The Philippine government is expanding the Pantawid Pamilyang Pilipino Program, the cash support program for the poorest families, from the present 900,000 to 2.3 million by the end of 2011. This program is aimed at the poorest families (from the poorest provinces) in the country, in an effort of helping them out of poverty. [ see 1M Poor Families to get Govt Cash Aid ]
Families in this program receive Php 500 each month, plus Php 300 for each child (for up to 3 children). They should comply with the following requirements to stay in the program:
- Children 6 to 14 years old must be enrolled in school and attend at least 85 percent of the classes.
- Pregnant women must receive prenatal and postnatal care.
- Parents must attend Family Development Sessions.
- Children under 5 years of age must receive regular preventive health checkups and vaccinations.
- Children in elementary schools must receive deworming treatment at least twice a year.
This program has proven effective in ensuring that children do go to school and the families avail of health facilities. In the long run, this program will help these families to overcome poverty.
At the same time, however, we should be aware of possible pitfalls of this program. The first of these would be corruption. Corruption is a danger, especially since this program has a subjective element to it. After all, not everyone can join it. There is an amount of discretion by the DSWD personnel as to whom to include, and whom not to include. There is room for possible corruption; people could be asked to pay to get included in the list. Or, to pay to avoid getting taken off the list.
The government should take steps to avoid too much discretion at the hands of DSWD personnel. Strict rules about including people, or taking them out of the program, should be set; including a rule that requires at least two people to approve such a change of status. Personnel assigned to certain groups of clients should be changed regularly(perhaps once a year). And, a system of feedback by the recipients should be implemented.
The beneficiaries are given an ATM card, so that they could withdraw their allotments monthly, without intervention of other people. This is one less chance for corruption. However, what about families who live where there are no ATMs in the vicinity? Should they go to the nearest city, in order to find an ATM?
The cash transfer itself is not the only expense of the program. The government should also ensure that other facilities are available. Obviously, there needs to be enough places in the schools where the beneficiaries are. There is also a need to ensure that there are enough nurses or doctors to help with pre-natal examinations, vaccinations and deworming. And there need to be enough DSWD personnel to manage the whole system. These are expenses outside the formal program of Pantawid Pamilya, but they are essential for its success.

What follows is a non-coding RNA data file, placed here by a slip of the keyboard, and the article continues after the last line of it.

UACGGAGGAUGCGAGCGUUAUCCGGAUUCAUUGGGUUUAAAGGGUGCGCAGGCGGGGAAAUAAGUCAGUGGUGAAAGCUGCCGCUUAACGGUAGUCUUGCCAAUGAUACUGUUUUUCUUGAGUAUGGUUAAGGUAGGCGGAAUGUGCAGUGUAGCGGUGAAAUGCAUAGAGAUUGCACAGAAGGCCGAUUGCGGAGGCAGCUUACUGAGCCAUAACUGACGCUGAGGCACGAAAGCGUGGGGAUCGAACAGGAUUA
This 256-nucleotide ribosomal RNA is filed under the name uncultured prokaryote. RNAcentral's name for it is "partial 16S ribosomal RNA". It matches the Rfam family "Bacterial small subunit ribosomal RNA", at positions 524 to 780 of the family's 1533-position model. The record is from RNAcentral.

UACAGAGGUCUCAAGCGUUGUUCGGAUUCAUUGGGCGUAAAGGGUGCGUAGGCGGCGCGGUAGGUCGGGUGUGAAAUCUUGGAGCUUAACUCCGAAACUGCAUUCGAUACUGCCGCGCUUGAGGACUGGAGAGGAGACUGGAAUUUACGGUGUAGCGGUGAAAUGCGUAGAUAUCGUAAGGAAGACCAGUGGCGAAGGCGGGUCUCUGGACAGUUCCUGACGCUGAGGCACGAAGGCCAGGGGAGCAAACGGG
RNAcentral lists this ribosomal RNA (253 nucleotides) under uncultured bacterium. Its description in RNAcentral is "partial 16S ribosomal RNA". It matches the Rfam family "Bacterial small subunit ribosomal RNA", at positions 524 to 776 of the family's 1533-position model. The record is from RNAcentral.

The payments are given to the wife/mother, and not the husband/father, and this is a good thing. The wife/mother tends to put the family’s needs first; while many husbands/fathers get tempted to drink or gamble away their money. Perhaps a good side effect of the program will be that it upgrades the status of the wife/mother within the family.
Better than Subsidies
The Pantawid Pamilya program is much more effective than subsidies on “basic necessities” aimed at helping poor people. Take the subsidy on rice: it is full of possibilities for corruption, and is inefficient. At numerous points, there is an opportunity for corruption: wholesale and retail buying of rice, storage of rice, transport of rice, identifying beneficiaries, actual distribution of rice, etc.
The rice subsidy is inefficient in that it requires a lot of people to implement it, and it in effect duplicates what private traders do – buy, store and distribute rice. It also distorts the market: sellers have “unfair competition from cheaper rice”, which may be sold below their cost price. It also forces down the farm-gate price for palay, reducing farmers’ incomes.
A conditional cash transfer program (the Pantawid Pamilya Pilipino Program, in our case), on the other hand, does not have these problems. The poor have the freedom to spend the money as they need to, and there is no distortion of markets. And they are required to keep their children in school and avail of health facilities. Education and health for the children will help a lot towards them overcoming poverty when they grow up. And since the family has a regular source of income, no matter that it is not fully sufficient for the family’s monthly expenses, helps a lot in making the family have good patterns of expenditures. A regular income will help keep them from having to rely on loan sharks, for instance.
The Pantawid Pamilyang Pilipino Program is a good program of the government that should indeed be expanded. I hope that the government even goes beyond the target of 2.6 million beneficiaries.
[see also Just Give Money to the Poor ]